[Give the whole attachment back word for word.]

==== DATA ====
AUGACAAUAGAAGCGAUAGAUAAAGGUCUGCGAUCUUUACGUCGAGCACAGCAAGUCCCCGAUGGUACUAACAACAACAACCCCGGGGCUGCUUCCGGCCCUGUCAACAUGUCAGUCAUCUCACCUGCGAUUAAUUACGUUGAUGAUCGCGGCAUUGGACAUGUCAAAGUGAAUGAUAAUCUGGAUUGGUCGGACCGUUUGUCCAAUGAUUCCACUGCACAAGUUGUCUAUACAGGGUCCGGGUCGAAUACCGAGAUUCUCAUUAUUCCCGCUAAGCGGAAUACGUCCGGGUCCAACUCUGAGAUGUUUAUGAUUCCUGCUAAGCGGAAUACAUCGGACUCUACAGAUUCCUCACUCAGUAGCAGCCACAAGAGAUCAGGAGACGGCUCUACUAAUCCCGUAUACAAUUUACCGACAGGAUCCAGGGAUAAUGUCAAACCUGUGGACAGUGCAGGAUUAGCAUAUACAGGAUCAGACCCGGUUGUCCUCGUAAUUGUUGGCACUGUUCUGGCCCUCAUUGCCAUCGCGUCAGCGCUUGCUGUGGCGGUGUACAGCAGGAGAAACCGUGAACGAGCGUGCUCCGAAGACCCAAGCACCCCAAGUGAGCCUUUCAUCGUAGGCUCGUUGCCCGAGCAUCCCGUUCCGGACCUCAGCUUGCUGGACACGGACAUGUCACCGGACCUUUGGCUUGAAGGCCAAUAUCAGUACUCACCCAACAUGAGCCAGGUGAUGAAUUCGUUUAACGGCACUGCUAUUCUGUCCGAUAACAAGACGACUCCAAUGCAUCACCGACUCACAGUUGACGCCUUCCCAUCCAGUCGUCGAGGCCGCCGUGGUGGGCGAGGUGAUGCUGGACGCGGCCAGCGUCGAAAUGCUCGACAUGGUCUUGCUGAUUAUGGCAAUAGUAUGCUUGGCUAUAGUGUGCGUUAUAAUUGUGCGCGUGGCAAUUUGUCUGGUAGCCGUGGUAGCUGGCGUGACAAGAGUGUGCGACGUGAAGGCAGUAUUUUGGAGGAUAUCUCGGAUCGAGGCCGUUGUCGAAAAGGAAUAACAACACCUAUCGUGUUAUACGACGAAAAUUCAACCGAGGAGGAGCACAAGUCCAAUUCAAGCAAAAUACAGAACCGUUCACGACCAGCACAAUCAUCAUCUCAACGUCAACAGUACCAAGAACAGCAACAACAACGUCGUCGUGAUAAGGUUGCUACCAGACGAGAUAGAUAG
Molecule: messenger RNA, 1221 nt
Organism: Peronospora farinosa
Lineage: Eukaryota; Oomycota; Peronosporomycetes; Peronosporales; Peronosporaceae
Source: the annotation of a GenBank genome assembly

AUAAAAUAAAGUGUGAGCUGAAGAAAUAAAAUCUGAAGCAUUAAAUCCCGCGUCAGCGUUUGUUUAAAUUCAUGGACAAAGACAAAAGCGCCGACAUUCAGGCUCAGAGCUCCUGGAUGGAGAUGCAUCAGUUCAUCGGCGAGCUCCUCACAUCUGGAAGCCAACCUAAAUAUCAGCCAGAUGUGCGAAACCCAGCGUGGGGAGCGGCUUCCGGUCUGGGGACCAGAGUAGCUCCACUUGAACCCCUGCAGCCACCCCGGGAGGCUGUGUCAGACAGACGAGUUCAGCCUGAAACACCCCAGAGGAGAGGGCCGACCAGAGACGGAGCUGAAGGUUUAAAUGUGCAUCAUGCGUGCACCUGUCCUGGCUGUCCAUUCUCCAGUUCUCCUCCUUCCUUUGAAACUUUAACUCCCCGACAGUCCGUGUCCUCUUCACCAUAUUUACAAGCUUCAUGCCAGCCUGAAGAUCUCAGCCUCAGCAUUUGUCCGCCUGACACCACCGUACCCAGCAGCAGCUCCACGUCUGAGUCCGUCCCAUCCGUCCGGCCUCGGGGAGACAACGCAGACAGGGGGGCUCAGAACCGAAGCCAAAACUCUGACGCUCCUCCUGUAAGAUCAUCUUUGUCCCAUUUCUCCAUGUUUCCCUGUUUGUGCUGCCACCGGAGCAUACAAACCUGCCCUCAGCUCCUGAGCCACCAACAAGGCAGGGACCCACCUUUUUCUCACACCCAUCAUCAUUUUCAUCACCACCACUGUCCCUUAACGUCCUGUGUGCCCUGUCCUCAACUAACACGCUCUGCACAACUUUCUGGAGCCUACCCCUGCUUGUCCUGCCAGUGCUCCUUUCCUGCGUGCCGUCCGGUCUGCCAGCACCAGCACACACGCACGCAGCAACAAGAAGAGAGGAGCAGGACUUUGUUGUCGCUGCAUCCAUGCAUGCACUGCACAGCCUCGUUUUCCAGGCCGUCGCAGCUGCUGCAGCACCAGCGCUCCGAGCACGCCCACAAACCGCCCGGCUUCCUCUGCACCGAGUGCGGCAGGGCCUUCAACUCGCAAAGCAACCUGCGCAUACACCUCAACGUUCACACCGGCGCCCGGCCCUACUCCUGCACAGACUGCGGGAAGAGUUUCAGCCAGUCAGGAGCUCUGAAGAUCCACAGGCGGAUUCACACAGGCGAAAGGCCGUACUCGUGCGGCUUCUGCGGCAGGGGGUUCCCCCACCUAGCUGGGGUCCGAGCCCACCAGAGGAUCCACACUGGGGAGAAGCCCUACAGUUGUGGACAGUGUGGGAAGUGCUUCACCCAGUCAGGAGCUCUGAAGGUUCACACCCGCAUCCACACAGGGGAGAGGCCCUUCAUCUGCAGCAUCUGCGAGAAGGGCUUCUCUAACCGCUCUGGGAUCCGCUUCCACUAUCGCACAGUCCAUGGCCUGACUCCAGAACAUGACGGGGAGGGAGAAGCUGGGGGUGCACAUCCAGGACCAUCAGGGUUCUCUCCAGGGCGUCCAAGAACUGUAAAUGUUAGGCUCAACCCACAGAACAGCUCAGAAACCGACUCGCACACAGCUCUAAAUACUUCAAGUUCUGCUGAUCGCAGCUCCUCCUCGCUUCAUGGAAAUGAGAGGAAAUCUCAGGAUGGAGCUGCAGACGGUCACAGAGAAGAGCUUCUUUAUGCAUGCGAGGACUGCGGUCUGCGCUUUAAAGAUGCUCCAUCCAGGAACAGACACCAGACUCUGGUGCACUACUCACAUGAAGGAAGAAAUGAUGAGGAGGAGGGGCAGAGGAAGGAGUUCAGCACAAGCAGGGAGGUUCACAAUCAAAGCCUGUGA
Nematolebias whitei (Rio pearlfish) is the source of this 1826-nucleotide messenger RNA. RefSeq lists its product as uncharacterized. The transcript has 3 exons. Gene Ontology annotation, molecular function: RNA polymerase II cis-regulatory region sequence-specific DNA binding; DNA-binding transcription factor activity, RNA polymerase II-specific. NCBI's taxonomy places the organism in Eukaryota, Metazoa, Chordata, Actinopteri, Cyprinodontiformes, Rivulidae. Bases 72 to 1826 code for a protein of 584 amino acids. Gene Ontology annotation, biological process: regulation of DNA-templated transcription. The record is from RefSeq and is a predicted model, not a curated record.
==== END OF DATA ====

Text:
AUGACAAUAGAAGCGAUAGAUAAAGGUCUGCGAUCUUUACGUCGAGCACAGCAAGUCCCCGAUGGUACUAACAACAACAACCCCGGGGCUGCUUCCGGCCCUGUCAACAUGUCAGUCAUCUCACCUGCGAUUAAUUACGUUGAUGAUCGCGGCAUUGGACAUGUCAAAGUGAAUGAUAAUCUGGAUUGGUCGGACCGUUUGUCCAAUGAUUCCACUGCACAAGUUGUCUAUACAGGGUCCGGGUCGAAUACCGAGAUUCUCAUUAUUCCCGCUAAGCGGAAUACGUCCGGGUCCAACUCUGAGAUGUUUAUGAUUCCUGCUAAGCGGAAUACAUCGGACUCUACAGAUUCCUCACUCAGUAGCAGCCACAAGAGAUCAGGAGACGGCUCUACUAAUCCCGUAUACAAUUUACCGACAGGAUCCAGGGAUAAUGUCAAACCUGUGGACAGUGCAGGAUUAGCAUAUACAGGAUCAGACCCGGUUGUCCUCGUAAUUGUUGGCACUGUUCUGGCCCUCAUUGCCAUCGCGUCAGCGCUUGCUGUGGCGGUGUACAGCAGGAGAAACCGUGAACGAGCGUGCUCCGAAGACCCAAGCACCCCAAGUGAGCCUUUCAUCGUAGGCUCGUUGCCCGAGCAUCCCGUUCCGGACCUCAGCUUGCUGGACACGGACAUGUCACCGGACCUUUGGCUUGAAGGCCAAUAUCAGUACUCACCCAACAUGAGCCAGGUGAUGAAUUCGUUUAACGGCACUGCUAUUCUGUCCGAUAACAAGACGACUCCAAUGCAUCACCGACUCACAGUUGACGCCUUCCCAUCCAGUCGUCGAGGCCGCCGUGGUGGGCGAGGUGAUGCUGGACGCGGCCAGCGUCGAAAUGCUCGACAUGGUCUUGCUGAUUAUGGCAAUAGUAUGCUUGGCUAUAGUGUGCGUUAUAAUUGUGCGCGUGGCAAUUUGUCUGGUAGCCGUGGUAGCUGGCGUGACAAGAGUGUGCGACGUGAAGGCAGUAUUUUGGAGGAUAUCUCGGAUCGAGGCCGUUGUCGAAAAGGAAUAACAACACCUAUCGUGUUAUACGACGAAAAUUCAACCGAGGAGGAGCACAAGUCCAAUUCAAGCAAAAUACAGAACCGUUCACGACCAGCACAAUCAUCAUCUCAACGUCAACAGUACCAAGAACAGCAACAACAACGUCGUCGUGAUAAGGUUGCUACCAGACGAGAUAGAUAG
Molecule: messenger RNA, 1221 nt
Organism: Peronospora farinosa
Lineage: Eukaryota; Oomycota; Peronosporomycetes; Peronosporales; Peronosporaceae
Source: the annotation of a GenBank genome assembly

AUAAAAUAAAGUGUGAGCUGAAGAAAUAAAAUCUGAAGCAUUAAAUCCCGCGUCAGCGUUUGUUUAAAUUCAUGGACAAAGACAAAAGCGCCGACAUUCAGGCUCAGAGCUCCUGGAUGGAGAUGCAUCAGUUCAUCGGCGAGCUCCUCACAUCUGGAAGCCAACCUAAAUAUCAGCCAGAUGUGCGAAACCCAGCGUGGGGAGCGGCUUCCGGUCUGGGGACCAGAGUAGCUCCACUUGAACCCCUGCAGCCACCCCGGGAGGCUGUGUCAGACAGACGAGUUCAGCCUGAAACACCCCAGAGGAGAGGGCCGACCAGAGACGGAGCUGAAGGUUUAAAUGUGCAUCAUGCGUGCACCUGUCCUGGCUGUCCAUUCUCCAGUUCUCCUCCUUCCUUUGAAACUUUAACUCCCCGACAGUCCGUGUCCUCUUCACCAUAUUUACAAGCUUCAUGCCAGCCUGAAGAUCUCAGCCUCAGCAUUUGUCCGCCUGACACCACCGUACCCAGCAGCAGCUCCACGUCUGAGUCCGUCCCAUCCGUCCGGCCUCGGGGAGACAACGCAGACAGGGGGGCUCAGAACCGAAGCCAAAACUCUGACGCUCCUCCUGUAAGAUCAUCUUUGUCCCAUUUCUCCAUGUUUCCCUGUUUGUGCUGCCACCGGAGCAUACAAACCUGCCCUCAGCUCCUGAGCCACCAACAAGGCAGGGACCCACCUUUUUCUCACACCCAUCAUCAUUUUCAUCACCACCACUGUCCCUUAACGUCCUGUGUGCCCUGUCCUCAACUAACACGCUCUGCACAACUUUCUGGAGCCUACCCCUGCUUGUCCUGCCAGUGCUCCUUUCCUGCGUGCCGUCCGGUCUGCCAGCACCAGCACACACGCACGCAGCAACAAGAAGAGAGGAGCAGGACUUUGUUGUCGCUGCAUCCAUGCAUGCACUGCACAGCCUCGUUUUCCAGGCCGUCGCAGCUGCUGCAGCACCAGCGCUCCGAGCACGCCCACAAACCGCCCGGCUUCCUCUGCACCGAGUGCGGCAGGGCCUUCAACUCGCAAAGCAACCUGCGCAUACACCUCAACGUUCACACCGGCGCCCGGCCCUACUCCUGCACAGACUGCGGGAAGAGUUUCAGCCAGUCAGGAGCUCUGAAGAUCCACAGGCGGAUUCACACAGGCGAAAGGCCGUACUCGUGCGGCUUCUGCGGCAGGGGGUUCCCCCACCUAGCUGGGGUCCGAGCCCACCAGAGGAUCCACACUGGGGAGAAGCCCUACAGUUGUGGACAGUGUGGGAAGUGCUUCACCCAGUCAGGAGCUCUGAAGGUUCACACCCGCAUCCACACAGGGGAGAGGCCCUUCAUCUGCAGCAUCUGCGAGAAGGGCUUCUCUAACCGCUCUGGGAUCCGCUUCCACUAUCGCACAGUCCAUGGCCUGACUCCAGAACAUGACGGGGAGGGAGAAGCUGGGGGUGCACAUCCAGGACCAUCAGGGUUCUCUCCAGGGCGUCCAAGAACUGUAAAUGUUAGGCUCAACCCACAGAACAGCUCAGAAACCGACUCGCACACAGCUCUAAAUACUUCAAGUUCUGCUGAUCGCAGCUCCUCCUCGCUUCAUGGAAAUGAGAGGAAAUCUCAGGAUGGAGCUGCAGACGGUCACAGAGAAGAGCUUCUUUAUGCAUGCGAGGACUGCGGUCUGCGCUUUAAAGAUGCUCCAUCCAGGAACAGACACCAGACUCUGGUGCACUACUCACAUGAAGGAAGAAAUGAUGAGGAGGAGGGGCAGAGGAAGGAGUUCAGCACAAGCAGGGAGGUUCACAAUCAAAGCCUGUGA
Nematolebias whitei (Rio pearlfish) is the source of this 1826-nucleotide messenger RNA. RefSeq lists its product as uncharacterized. The transcript has 3 exons. Gene Ontology annotation, molecular function: RNA polymerase II cis-regulatory region sequence-specific DNA binding; DNA-binding transcription factor activity, RNA polymerase II-specific. NCBI's taxonomy places the organism in Eukaryota, Metazoa, Chordata, Actinopteri, Cyprinodontiformes, Rivulidae. Bases 72 to 1826 code for a protein of 584 amino acids. Gene Ontology annotation, biological process: regulation of DNA-templated transcription. The record is from RefSeq and is a predicted model, not a curated record.